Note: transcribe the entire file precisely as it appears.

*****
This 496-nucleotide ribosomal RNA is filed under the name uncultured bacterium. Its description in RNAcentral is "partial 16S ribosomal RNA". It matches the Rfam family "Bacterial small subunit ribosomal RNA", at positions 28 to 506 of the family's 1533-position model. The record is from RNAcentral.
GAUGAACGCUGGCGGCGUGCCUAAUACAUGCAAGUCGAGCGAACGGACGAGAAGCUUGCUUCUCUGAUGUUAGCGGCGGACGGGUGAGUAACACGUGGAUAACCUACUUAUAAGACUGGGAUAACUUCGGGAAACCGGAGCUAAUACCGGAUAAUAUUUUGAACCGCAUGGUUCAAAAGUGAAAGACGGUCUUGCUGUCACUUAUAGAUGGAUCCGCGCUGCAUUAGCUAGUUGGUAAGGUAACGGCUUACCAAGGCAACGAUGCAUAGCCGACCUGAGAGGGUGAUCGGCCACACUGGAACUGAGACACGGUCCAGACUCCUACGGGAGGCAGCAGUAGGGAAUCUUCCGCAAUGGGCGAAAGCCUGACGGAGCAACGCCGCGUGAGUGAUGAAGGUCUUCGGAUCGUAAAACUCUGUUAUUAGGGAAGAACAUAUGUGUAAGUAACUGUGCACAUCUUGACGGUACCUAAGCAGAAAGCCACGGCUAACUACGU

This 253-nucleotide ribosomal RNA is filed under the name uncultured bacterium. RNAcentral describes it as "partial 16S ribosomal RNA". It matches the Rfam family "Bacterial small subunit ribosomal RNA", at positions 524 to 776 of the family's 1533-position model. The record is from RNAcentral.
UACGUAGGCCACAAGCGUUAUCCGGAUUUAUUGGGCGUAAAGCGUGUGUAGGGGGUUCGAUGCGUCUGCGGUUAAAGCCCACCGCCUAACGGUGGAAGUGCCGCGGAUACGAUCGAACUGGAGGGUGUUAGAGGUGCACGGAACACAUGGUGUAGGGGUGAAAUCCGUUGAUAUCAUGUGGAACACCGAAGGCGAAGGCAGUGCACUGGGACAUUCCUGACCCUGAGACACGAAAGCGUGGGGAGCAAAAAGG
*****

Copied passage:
This 496-nucleotide ribosomal RNA is filed under the name uncultured bacterium. Its description in RNAcentral is "partial 16S ribosomal RNA". It matches the Rfam family "Bacterial small subunit ribosomal RNA", at positions 28 to 506 of the family's 1533-position model. The record is from RNAcentral.
GAUGAACGCUGGCGGCGUGCCUAAUACAUGCAAGUCGAGCGAACGGACGAGAAGCUUGCUUCUCUGAUGUUAGCGGCGGACGGGUGAGUAACACGUGGAUAACCUACUUAUAAGACUGGGAUAACUUCGGGAAACCGGAGCUAAUACCGGAUAAUAUUUUGAACCGCAUGGUUCAAAAGUGAAAGACGGUCUUGCUGUCACUUAUAGAUGGAUCCGCGCUGCAUUAGCUAGUUGGUAAGGUAACGGCUUACCAAGGCAACGAUGCAUAGCCGACCUGAGAGGGUGAUCGGCCACACUGGAACUGAGACACGGUCCAGACUCCUACGGGAGGCAGCAGUAGGGAAUCUUCCGCAAUGGGCGAAAGCCUGACGGAGCAACGCCGCGUGAGUGAUGAAGGUCUUCGGAUCGUAAAACUCUGUUAUUAGGGAAGAACAUAUGUGUAAGUAACUGUGCACAUCUUGACGGUACCUAAGCAGAAAGCCACGGCUAACUACGU

This 253-nucleotide ribosomal RNA is filed under the name uncultured bacterium. RNAcentral describes it as "partial 16S ribosomal RNA". It matches the Rfam family "Bacterial small subunit ribosomal RNA", at positions 524 to 776 of the family's 1533-position model. The record is from RNAcentral.
UACGUAGGCCACAAGCGUUAUCCGGAUUUAUUGGGCGUAAAGCGUGUGUAGGGGGUUCGAUGCGUCUGCGGUUAAAGCCCACCGCCUAACGGUGGAAGUGCCGCGGAUACGAUCGAACUGGAGGGUGUUAGAGGUGCACGGAACACAUGGUGUAGGGGUGAAAUCCGUUGAUAUCAUGUGGAACACCGAAGGCGAAGGCAGUGCACUGGGACAUUCCUGACCCUGAGACACGAAAGCGUGGGGAGCAAAAAGG